New Snowden Doc Reveals How GCHQ/NSA Use The Internet To 'Manipulate, Deceive And Destroy Reputations'
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Pictured above is one of the most iconic images in American history, even though it’s historically inaccurate. The painting, titled “Washington Crossing the Delaware,” depicts the start of the Battle of Trenton, a famous battle in the American Revolution. General George Washington is leading the Continental Army across the Delaware River into Trenton, New Jersey, late on the evening of Christmas, 1776. Across the river were a garrison of German soldiers-of-fortune known as Hessians, who were fighting in support of the British. Washington’s army overwhelmed the surprised Hessians, and the colonies were able to recapture Trenton before noon the next day. The battle is widely regarded as one of the key moments in the War of Independence, acting as a rallying point for the outnumbered and otherwise overmatched colonists in their struggle versus the British.
The Americans, of course, won the war. But the British destroyed the painting.
Washington Crossing the Delaware was painted by a German American artist named Emanuel Gottlieb Leutze, who completed the depicted version in 1851. It wasn’t the first version, though. Leutze painted the original version in 1848; according to Wikipedia, he wanted to encourage the undercurrent of revolution in Europe (such as the Revolutions of 1848), and believed that depicting this American triumph would further that purpose well. Unfortunately, the original painting was partially destroyed when Leutze’s studio caught on fire, so the artist painted a second copy. That second copy ended up at the Metropolitan Museum of Art in New York, where it remains today. And in 1863, Leutze decided to restore the original version, selling it to the Kunsthalle Bremen, an art museum in Bremen, Germany. Both versions measured in excess of 12 feet tall by 21 feet wide, an immense surface area for an oil-on-canvas creation. (The Mona Lisa, for example, is about one-sixtieth the size.)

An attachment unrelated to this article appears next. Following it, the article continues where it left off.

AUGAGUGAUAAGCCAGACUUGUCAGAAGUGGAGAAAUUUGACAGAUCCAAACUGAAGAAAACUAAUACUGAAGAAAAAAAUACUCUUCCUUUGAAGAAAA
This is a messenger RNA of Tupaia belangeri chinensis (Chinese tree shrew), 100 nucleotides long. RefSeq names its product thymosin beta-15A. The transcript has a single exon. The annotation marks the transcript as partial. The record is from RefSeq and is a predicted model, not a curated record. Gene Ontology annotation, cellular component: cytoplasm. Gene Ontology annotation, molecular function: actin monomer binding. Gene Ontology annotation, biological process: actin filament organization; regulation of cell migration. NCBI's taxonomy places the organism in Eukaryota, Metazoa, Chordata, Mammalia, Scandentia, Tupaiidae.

The original painting, though, no longer exists. Shortly after the beginnings of World War II, the Knusthalle Bremen was closed to the public and its collections were moved into the building’s basement, in efforts to keep these rare works of art safe. However, Washington Crossing the Delaware was too large to remove from the gallery. On September 5, 1942, firebombs from a British air raid struck the museum, and the priceless work of art was turned into ash. Finally, the British defeated George Washington, although most certainly not in the way they had wished.
Bonus Facts: Washington Crossing the Delaware has been the subject of censorship in American schools many times over, and as recently as 2002. The historical inaccuracies aren’t the problem, either. At issue is General Washington’s pocket watch. The watch fob -- the decorative ribbon at the end of the pocket watch’s chain -- is visible, which normally wouldn’t be a problem. Unfortunately, it’s positioned rather closely to the General’s crotch (here’s a zoomed-in picture of the area), leading some school boards to either edit that part out or omit the painting from history books altogether.
The flag Washington should be depicted with: The First American Flag was Very British Looking.